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Is got or gotten the past participle of get?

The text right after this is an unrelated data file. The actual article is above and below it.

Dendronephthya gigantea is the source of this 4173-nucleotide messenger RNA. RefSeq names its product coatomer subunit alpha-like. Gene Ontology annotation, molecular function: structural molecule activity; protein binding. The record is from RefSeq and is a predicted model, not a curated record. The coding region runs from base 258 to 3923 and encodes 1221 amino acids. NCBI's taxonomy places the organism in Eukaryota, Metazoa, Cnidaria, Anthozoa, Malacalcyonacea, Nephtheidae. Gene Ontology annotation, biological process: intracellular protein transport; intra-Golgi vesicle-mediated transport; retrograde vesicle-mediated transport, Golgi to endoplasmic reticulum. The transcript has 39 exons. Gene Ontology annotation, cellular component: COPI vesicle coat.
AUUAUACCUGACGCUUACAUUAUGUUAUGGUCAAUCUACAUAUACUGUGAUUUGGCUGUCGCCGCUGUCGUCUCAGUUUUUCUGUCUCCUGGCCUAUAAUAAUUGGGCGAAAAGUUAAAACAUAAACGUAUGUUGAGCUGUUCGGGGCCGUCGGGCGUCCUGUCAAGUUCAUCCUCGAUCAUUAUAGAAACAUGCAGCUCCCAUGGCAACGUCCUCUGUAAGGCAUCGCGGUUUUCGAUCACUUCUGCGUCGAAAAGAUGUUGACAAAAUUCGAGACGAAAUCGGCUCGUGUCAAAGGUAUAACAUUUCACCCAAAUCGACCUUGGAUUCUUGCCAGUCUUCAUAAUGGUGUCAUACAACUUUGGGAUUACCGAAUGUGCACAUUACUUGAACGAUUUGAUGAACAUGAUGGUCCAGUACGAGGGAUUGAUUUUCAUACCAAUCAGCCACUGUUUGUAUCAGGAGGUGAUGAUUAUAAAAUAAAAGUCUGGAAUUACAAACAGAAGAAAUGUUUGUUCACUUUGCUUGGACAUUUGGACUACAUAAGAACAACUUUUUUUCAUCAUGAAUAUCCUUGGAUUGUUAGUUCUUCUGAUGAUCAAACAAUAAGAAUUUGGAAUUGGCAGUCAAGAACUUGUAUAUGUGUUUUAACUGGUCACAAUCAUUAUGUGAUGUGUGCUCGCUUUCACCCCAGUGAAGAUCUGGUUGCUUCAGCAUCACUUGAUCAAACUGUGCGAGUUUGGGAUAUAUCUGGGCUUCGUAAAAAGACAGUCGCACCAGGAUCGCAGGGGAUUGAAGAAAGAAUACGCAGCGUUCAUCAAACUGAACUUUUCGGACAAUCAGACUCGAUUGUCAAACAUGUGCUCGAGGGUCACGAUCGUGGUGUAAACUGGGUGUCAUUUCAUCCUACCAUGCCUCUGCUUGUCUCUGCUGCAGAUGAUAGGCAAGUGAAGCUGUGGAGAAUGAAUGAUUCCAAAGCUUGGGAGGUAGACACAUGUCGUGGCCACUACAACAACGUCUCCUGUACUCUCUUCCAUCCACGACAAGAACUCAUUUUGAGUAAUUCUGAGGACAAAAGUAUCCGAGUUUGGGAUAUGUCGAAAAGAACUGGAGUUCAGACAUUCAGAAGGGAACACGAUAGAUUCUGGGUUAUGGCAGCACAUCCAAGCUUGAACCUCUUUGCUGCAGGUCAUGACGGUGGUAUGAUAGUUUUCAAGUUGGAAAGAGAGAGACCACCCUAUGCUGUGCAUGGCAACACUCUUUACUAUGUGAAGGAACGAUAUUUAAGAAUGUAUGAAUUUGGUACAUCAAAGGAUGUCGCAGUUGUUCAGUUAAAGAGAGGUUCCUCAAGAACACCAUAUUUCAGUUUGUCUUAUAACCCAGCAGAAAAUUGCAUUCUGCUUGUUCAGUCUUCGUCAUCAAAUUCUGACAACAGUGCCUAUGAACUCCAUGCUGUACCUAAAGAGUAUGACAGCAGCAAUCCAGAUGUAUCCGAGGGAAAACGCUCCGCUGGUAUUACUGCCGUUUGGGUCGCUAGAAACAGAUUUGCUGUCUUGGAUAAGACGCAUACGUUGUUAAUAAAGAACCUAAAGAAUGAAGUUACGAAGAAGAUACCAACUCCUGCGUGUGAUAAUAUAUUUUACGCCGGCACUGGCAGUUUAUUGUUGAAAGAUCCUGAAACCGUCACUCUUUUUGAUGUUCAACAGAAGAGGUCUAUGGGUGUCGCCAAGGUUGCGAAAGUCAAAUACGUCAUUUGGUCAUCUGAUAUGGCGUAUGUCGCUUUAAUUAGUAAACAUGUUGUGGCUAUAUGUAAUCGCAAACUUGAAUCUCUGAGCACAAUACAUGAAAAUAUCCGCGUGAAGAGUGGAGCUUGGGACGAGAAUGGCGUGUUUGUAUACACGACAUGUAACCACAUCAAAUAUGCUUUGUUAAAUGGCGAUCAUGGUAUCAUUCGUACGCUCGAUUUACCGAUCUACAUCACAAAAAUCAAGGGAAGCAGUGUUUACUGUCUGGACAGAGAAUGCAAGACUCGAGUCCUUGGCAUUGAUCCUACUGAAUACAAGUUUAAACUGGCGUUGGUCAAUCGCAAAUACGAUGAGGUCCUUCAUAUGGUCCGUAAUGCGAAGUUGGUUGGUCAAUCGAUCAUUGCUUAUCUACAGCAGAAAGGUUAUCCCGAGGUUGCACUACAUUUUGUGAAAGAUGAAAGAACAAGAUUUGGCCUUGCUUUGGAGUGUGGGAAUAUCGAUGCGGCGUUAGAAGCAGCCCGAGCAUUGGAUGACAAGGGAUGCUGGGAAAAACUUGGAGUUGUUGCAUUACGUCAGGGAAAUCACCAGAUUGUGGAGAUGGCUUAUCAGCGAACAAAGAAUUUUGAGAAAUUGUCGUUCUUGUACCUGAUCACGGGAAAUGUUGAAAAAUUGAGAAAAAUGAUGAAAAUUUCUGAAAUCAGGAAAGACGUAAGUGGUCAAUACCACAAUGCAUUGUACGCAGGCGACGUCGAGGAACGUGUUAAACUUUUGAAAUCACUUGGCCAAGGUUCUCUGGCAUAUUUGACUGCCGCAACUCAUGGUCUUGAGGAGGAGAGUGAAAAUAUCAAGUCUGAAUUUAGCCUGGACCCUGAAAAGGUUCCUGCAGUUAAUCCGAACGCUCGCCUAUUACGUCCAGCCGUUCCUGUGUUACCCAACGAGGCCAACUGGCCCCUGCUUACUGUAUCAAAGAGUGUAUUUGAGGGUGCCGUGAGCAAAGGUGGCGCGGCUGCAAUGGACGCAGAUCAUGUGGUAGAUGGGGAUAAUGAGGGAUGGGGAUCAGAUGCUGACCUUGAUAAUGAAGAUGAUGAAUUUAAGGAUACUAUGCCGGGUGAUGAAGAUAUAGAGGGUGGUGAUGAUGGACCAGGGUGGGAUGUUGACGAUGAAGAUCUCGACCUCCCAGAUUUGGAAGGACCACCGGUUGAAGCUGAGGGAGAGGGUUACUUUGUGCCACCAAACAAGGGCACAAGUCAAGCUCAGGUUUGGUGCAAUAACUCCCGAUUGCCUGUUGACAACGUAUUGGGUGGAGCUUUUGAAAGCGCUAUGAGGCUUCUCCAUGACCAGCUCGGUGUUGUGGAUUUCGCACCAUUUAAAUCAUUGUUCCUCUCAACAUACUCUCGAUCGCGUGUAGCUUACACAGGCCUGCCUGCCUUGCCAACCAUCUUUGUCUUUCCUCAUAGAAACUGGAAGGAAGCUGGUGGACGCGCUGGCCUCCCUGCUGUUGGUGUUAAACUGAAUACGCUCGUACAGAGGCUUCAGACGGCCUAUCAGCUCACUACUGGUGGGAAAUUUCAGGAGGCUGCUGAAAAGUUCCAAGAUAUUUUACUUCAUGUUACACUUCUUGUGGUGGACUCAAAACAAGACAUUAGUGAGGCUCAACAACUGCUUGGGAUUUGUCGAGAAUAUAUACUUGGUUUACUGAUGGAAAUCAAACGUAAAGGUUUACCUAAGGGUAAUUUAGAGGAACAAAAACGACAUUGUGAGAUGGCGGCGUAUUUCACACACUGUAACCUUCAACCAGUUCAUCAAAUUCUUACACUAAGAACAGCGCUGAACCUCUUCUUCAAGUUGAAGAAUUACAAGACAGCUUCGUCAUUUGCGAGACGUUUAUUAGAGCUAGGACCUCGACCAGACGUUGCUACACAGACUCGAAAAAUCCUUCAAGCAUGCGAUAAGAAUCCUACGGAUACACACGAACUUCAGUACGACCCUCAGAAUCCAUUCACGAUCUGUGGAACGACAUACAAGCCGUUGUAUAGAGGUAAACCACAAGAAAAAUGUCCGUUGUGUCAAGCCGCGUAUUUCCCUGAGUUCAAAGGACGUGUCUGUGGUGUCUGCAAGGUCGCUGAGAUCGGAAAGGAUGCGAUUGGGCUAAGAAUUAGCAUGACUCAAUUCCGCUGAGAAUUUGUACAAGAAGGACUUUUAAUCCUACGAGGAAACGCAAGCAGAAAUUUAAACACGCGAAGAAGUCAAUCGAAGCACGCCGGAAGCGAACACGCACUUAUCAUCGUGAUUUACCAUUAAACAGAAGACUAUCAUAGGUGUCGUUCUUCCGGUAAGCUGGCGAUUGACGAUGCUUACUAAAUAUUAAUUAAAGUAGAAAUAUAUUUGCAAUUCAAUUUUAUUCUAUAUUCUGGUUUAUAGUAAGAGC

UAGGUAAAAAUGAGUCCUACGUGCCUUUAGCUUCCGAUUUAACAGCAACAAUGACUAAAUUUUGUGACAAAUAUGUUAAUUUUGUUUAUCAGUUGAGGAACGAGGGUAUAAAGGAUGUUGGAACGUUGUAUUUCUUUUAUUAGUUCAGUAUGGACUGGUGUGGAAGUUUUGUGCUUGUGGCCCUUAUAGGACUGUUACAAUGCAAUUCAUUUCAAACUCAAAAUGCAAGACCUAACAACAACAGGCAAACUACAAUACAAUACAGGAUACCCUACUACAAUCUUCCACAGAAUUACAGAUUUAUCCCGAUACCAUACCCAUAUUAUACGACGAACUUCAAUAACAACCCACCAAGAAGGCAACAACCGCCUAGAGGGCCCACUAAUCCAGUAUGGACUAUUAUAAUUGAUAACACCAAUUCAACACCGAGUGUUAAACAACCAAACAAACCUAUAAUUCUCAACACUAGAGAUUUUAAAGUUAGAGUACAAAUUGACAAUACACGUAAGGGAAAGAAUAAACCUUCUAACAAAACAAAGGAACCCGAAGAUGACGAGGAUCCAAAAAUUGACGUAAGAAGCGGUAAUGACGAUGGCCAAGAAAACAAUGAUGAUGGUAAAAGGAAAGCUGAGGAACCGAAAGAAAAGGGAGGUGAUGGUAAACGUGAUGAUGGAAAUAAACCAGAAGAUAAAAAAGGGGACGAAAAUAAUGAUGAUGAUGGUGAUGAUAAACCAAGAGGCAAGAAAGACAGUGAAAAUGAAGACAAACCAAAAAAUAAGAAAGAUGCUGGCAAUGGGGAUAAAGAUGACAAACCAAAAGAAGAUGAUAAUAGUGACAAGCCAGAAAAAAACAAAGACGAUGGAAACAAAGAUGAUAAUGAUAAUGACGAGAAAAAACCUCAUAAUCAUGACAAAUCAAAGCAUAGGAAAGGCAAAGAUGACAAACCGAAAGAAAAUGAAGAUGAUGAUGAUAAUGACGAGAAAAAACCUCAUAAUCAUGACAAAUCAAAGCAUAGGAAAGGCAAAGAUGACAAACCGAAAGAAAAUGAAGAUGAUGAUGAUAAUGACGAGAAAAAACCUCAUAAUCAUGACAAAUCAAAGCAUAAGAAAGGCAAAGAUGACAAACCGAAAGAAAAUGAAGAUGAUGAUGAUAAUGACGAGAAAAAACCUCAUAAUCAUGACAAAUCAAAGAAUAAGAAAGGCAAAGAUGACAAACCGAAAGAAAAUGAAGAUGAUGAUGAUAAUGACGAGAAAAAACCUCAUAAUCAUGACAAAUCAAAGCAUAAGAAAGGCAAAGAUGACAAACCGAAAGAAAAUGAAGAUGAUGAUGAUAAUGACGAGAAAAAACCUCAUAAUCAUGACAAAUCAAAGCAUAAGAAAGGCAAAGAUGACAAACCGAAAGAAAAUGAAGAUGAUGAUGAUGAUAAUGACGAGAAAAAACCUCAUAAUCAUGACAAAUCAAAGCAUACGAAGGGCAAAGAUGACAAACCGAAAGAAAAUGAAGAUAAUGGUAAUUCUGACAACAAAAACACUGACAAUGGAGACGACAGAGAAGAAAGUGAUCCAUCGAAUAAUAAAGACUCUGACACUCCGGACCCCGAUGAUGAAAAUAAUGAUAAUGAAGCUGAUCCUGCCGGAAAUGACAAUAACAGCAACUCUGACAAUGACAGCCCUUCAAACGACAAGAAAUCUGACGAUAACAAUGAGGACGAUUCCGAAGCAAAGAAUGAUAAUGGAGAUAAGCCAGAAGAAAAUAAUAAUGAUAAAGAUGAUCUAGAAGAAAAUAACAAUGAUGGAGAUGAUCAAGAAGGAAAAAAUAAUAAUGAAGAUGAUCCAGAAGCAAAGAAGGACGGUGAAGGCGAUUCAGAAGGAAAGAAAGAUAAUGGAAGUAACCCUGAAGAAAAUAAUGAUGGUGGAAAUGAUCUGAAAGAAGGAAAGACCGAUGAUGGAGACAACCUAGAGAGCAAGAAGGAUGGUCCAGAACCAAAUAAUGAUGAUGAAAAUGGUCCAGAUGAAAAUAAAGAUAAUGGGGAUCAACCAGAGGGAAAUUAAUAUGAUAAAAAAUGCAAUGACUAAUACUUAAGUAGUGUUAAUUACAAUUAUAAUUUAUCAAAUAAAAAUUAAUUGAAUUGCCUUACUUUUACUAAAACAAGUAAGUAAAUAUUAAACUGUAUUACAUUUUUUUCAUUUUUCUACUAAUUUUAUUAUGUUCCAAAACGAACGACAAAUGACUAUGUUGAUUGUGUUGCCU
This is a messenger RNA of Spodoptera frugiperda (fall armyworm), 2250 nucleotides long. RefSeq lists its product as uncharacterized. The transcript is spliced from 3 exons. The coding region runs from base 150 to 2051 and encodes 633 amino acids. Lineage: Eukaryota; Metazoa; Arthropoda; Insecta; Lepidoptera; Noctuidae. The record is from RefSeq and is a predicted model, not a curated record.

Got and gotten are merely different forms of the past participle of the verb to get and are often used interchangeably. In a general way, however, got is preferred in British and gotten in American usage. Gotten dates back at least to the fifteenth century and was an accepted form in England for two centuries. In the course of time it was superseded by got and became virtually obsolete in England. Gotten was used more often than got in the King James Version of the Bible (16ii), which followed the older style; but got was used more often than gotten by Shakespeare, who followed the style of his time. Meanwhile the language had been introduced into America and the older form prevailed on this side of the Atlantic. At one time it appeared as if got would supersede gotten in America also. The edition of Noah Websters dictionary published in 1864, de­clared [page 61] gotten to be "obsolescent." But use of this form was revived and it ultimately prevailed in the United States. The English retain the older form in ill-gotten, although they have abandoned it in forgot and most other combinations including the past participle of get. Forgotten and forgot went through virtually the same stages as gotten and got separately. Except in one instance forgotten is used to the exclusion of forgot in the King James Version, while in Shakespeare forgot occurs much more frequently than forgotten.